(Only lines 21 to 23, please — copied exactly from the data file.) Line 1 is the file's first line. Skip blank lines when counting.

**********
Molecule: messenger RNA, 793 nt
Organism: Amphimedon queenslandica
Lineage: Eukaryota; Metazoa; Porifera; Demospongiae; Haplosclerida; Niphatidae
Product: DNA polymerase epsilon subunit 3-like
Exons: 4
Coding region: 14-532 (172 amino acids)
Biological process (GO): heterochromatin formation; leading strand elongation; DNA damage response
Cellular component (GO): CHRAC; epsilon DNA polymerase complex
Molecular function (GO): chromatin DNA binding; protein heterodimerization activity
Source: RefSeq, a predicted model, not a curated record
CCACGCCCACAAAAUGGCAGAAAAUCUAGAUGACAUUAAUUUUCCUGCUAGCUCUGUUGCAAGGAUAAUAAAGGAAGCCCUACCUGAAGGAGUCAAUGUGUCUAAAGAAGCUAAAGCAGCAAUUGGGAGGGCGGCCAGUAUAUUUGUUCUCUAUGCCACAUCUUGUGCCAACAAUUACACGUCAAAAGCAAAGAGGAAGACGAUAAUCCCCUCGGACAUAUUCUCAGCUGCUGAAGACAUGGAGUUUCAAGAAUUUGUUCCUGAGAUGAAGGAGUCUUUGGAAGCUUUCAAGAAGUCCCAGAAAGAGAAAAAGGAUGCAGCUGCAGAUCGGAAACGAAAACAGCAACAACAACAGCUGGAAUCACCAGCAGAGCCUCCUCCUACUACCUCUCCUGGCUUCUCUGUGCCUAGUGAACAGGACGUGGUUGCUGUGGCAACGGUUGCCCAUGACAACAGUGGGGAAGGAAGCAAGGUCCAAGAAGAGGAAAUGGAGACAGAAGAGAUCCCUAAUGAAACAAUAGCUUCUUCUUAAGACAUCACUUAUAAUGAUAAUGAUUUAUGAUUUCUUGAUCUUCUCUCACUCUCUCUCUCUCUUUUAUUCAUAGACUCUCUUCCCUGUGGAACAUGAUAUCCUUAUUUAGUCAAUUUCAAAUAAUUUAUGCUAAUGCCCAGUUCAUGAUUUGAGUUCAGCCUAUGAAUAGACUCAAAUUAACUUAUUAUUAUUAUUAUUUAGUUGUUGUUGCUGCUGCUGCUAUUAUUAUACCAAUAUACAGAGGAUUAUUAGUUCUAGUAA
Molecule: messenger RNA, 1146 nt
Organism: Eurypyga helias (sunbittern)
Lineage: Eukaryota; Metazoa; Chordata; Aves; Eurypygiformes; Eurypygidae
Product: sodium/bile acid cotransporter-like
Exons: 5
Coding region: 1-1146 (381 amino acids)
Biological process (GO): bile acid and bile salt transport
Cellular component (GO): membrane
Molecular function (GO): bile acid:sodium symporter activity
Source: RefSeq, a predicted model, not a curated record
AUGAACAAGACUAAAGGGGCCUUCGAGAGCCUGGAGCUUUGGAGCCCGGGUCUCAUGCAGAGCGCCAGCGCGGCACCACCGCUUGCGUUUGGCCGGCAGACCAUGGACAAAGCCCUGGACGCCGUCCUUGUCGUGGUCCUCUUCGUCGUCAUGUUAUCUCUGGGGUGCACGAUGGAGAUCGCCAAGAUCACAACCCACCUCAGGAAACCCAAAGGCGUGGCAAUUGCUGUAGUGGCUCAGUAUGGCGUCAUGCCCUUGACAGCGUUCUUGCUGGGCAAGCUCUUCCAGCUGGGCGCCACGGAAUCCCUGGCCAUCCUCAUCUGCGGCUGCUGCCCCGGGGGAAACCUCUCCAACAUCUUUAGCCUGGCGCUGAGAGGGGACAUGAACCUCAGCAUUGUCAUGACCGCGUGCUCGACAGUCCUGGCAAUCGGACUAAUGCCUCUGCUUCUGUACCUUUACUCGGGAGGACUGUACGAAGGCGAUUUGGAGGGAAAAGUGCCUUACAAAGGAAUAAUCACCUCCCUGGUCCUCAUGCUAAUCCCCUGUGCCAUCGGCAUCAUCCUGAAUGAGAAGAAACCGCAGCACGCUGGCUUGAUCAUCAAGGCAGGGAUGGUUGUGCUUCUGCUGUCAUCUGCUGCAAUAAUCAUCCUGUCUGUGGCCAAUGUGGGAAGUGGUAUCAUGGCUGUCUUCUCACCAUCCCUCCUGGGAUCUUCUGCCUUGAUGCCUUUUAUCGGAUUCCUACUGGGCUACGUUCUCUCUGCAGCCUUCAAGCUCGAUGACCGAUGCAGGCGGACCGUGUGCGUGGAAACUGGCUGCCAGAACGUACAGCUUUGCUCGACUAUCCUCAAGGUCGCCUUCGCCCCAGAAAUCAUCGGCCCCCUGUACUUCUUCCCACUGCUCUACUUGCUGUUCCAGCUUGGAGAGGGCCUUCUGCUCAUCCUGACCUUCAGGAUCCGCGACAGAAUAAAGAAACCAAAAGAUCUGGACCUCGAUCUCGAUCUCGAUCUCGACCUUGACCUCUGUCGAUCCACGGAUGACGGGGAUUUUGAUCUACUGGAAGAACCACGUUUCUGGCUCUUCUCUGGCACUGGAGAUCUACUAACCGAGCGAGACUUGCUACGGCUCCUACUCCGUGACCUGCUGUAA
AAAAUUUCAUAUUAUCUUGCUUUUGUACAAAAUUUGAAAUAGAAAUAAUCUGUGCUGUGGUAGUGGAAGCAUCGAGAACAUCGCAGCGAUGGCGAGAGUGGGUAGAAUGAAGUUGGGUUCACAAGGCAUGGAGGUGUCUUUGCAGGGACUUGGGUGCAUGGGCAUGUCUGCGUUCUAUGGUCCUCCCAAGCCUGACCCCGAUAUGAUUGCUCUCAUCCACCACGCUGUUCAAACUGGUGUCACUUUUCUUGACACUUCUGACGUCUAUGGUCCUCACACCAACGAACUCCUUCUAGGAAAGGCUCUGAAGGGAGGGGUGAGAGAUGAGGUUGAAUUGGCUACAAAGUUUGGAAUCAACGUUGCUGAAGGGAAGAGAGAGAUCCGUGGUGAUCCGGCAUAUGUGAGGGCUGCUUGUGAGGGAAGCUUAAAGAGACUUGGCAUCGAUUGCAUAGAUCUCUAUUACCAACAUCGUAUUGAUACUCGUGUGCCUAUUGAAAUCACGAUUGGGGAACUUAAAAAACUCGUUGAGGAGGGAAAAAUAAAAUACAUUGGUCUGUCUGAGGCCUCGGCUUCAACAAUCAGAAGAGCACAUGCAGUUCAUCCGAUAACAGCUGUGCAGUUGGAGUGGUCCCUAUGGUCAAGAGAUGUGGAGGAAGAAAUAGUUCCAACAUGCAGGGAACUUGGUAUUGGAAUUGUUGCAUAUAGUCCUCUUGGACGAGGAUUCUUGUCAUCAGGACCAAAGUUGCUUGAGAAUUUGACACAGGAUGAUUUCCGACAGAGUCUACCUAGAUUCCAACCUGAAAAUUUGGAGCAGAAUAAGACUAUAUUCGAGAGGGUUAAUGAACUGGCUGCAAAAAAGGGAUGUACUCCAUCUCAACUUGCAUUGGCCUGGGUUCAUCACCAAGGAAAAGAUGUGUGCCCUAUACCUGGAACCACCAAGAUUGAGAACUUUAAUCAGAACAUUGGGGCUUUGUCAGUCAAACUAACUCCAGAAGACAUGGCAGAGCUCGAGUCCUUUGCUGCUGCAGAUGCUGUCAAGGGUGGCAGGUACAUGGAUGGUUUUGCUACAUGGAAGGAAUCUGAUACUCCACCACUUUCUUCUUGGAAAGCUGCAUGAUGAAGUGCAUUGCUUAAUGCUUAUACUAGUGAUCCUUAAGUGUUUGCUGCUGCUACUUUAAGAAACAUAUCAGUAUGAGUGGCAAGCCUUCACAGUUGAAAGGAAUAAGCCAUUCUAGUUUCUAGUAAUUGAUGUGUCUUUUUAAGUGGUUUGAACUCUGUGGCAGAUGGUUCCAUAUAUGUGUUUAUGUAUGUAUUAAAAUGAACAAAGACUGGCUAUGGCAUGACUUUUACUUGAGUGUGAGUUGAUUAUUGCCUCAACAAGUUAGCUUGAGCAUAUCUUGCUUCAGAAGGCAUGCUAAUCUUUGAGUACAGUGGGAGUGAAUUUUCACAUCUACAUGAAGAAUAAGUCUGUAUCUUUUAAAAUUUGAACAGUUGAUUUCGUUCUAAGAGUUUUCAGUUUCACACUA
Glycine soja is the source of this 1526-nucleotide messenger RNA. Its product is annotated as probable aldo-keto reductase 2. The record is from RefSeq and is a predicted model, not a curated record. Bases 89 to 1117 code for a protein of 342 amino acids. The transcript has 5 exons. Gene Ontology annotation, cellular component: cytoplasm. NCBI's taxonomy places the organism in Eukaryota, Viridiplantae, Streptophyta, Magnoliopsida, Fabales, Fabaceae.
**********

Source: RefSeq, a predicted model, not a curated record
AUGAACAAGACUAAAGGGGCCUUCGAGAGCCUGGAGCUUUGGAGCCCGGGUCUCAUGCAGAGCGCCAGCGCGGCACCACCGCUUGCGUUUGGCCGGCAGACCAUGGACAAAGCCCUGGACGCCGUCCUUGUCGUGGUCCUCUUCGUCGUCAUGUUAUCUCUGGGGUGCACGAUGGAGAUCGCCAAGAUCACAACCCACCUCAGGAAACCCAAAGGCGUGGCAAUUGCUGUAGUGGCUCAGUAUGGCGUCAUGCCCUUGACAGCGUUCUUGCUGGGCAAGCUCUUCCAGCUGGGCGCCACGGAAUCCCUGGCCAUCCUCAUCUGCGGCUGCUGCCCCGGGGGAAACCUCUCCAACAUCUUUAGCCUGGCGCUGAGAGGGGACAUGAACCUCAGCAUUGUCAUGACCGCGUGCUCGACAGUCCUGGCAAUCGGACUAAUGCCUCUGCUUCUGUACCUUUACUCGGGAGGACUGUACGAAGGCGAUUUGGAGGGAAAAGUGCCUUACAAAGGAAUAAUCACCUCCCUGGUCCUCAUGCUAAUCCCCUGUGCCAUCGGCAUCAUCCUGAAUGAGAAGAAACCGCAGCACGCUGGCUUGAUCAUCAAGGCAGGGAUGGUUGUGCUUCUGCUGUCAUCUGCUGCAAUAAUCAUCCUGUCUGUGGCCAAUGUGGGAAGUGGUAUCAUGGCUGUCUUCUCACCAUCCCUCCUGGGAUCUUCUGCCUUGAUGCCUUUUAUCGGAUUCCUACUGGGCUACGUUCUCUCUGCAGCCUUCAAGCUCGAUGACCGAUGCAGGCGGACCGUGUGCGUGGAAACUGGCUGCCAGAACGUACAGCUUUGCUCGACUAUCCUCAAGGUCGCCUUCGCCCCAGAAAUCAUCGGCCCCCUGUACUUCUUCCCACUGCUCUACUUGCUGUUCCAGCUUGGAGAGGGCCUUCUGCUCAUCCUGACCUUCAGGAUCCGCGACAGAAUAAAGAAACCAAAAGAUCUGGACCUCGAUCUCGAUCUCGAUCUCGACCUUGACCUCUGUCGAUCCACGGAUGACGGGGAUUUUGAUCUACUGGAAGAACCACGUUUCUGGCUCUUCUCUGGCACUGGAGAUCUACUAACCGAGCGAGACUUGCUACGGCUCCUACUCCGUGACCUGCUGUAA
AAAAUUUCAUAUUAUCUUGCUUUUGUACAAAAUUUGAAAUAGAAAUAAUCUGUGCUGUGGUAGUGGAAGCAUCGAGAACAUCGCAGCGAUGGCGAGAGUGGGUAGAAUGAAGUUGGGUUCACAAGGCAUGGAGGUGUCUUUGCAGGGACUUGGGUGCAUGGGCAUGUCUGCGUUCUAUGGUCCUCCCAAGCCUGACCCCGAUAUGAUUGCUCUCAUCCACCACGCUGUUCAAACUGGUGUCACUUUUCUUGACACUUCUGACGUCUAUGGUCCUCACACCAACGAACUCCUUCUAGGAAAGGCUCUGAAGGGAGGGGUGAGAGAUGAGGUUGAAUUGGCUACAAAGUUUGGAAUCAACGUUGCUGAAGGGAAGAGAGAGAUCCGUGGUGAUCCGGCAUAUGUGAGGGCUGCUUGUGAGGGAAGCUUAAAGAGACUUGGCAUCGAUUGCAUAGAUCUCUAUUACCAACAUCGUAUUGAUACUCGUGUGCCUAUUGAAAUCACGAUUGGGGAACUUAAAAAACUCGUUGAGGAGGGAAAAAUAAAAUACAUUGGUCUGUCUGAGGCCUCGGCUUCAACAAUCAGAAGAGCACAUGCAGUUCAUCCGAUAACAGCUGUGCAGUUGGAGUGGUCCCUAUGGUCAAGAGAUGUGGAGGAAGAAAUAGUUCCAACAUGCAGGGAACUUGGUAUUGGAAUUGUUGCAUAUAGUCCUCUUGGACGAGGAUUCUUGUCAUCAGGACCAAAGUUGCUUGAGAAUUUGACACAGGAUGAUUUCCGACAGAGUCUACCUAGAUUCCAACCUGAAAAUUUGGAGCAGAAUAAGACUAUAUUCGAGAGGGUUAAUGAACUGGCUGCAAAAAAGGGAUGUACUCCAUCUCAACUUGCAUUGGCCUGGGUUCAUCACCAAGGAAAAGAUGUGUGCCCUAUACCUGGAACCACCAAGAUUGAGAACUUUAAUCAGAACAUUGGGGCUUUGUCAGUCAAACUAACUCCAGAAGACAUGGCAGAGCUCGAGUCCUUUGCUGCUGCAGAUGCUGUCAAGGGUGGCAGGUACAUGGAUGGUUUUGCUACAUGGAAGGAAUCUGAUACUCCACCACUUUCUUCUUGGAAAGCUGCAUGAUGAAGUGCAUUGCUUAAUGCUUAUACUAGUGAUCCUUAAGUGUUUGCUGCUGCUACUUUAAGAAACAUAUCAGUAUGAGUGGCAAGCCUUCACAGUUGAAAGGAAUAAGCCAUUCUAGUUUCUAGUAAUUGAUGUGUCUUUUUAAGUGGUUUGAACUCUGUGGCAGAUGGUUCCAUAUAUGUGUUUAUGUAUGUAUUAAAAUGAACAAAGACUGGCUAUGGCAUGACUUUUACUUGAGUGUGAGUUGAUUAUUGCCUCAACAAGUUAGCUUGAGCAUAUCUUGCUUCAGAAGGCAUGCUAAUCUUUGAGUACAGUGGGAGUGAAUUUUCACAUCUACAUGAAGAAUAAGUCUGUAUCUUUUAAAAUUUGAACAGUUGAUUUCGUUCUAAGAGUUUUCAGUUUCACACUA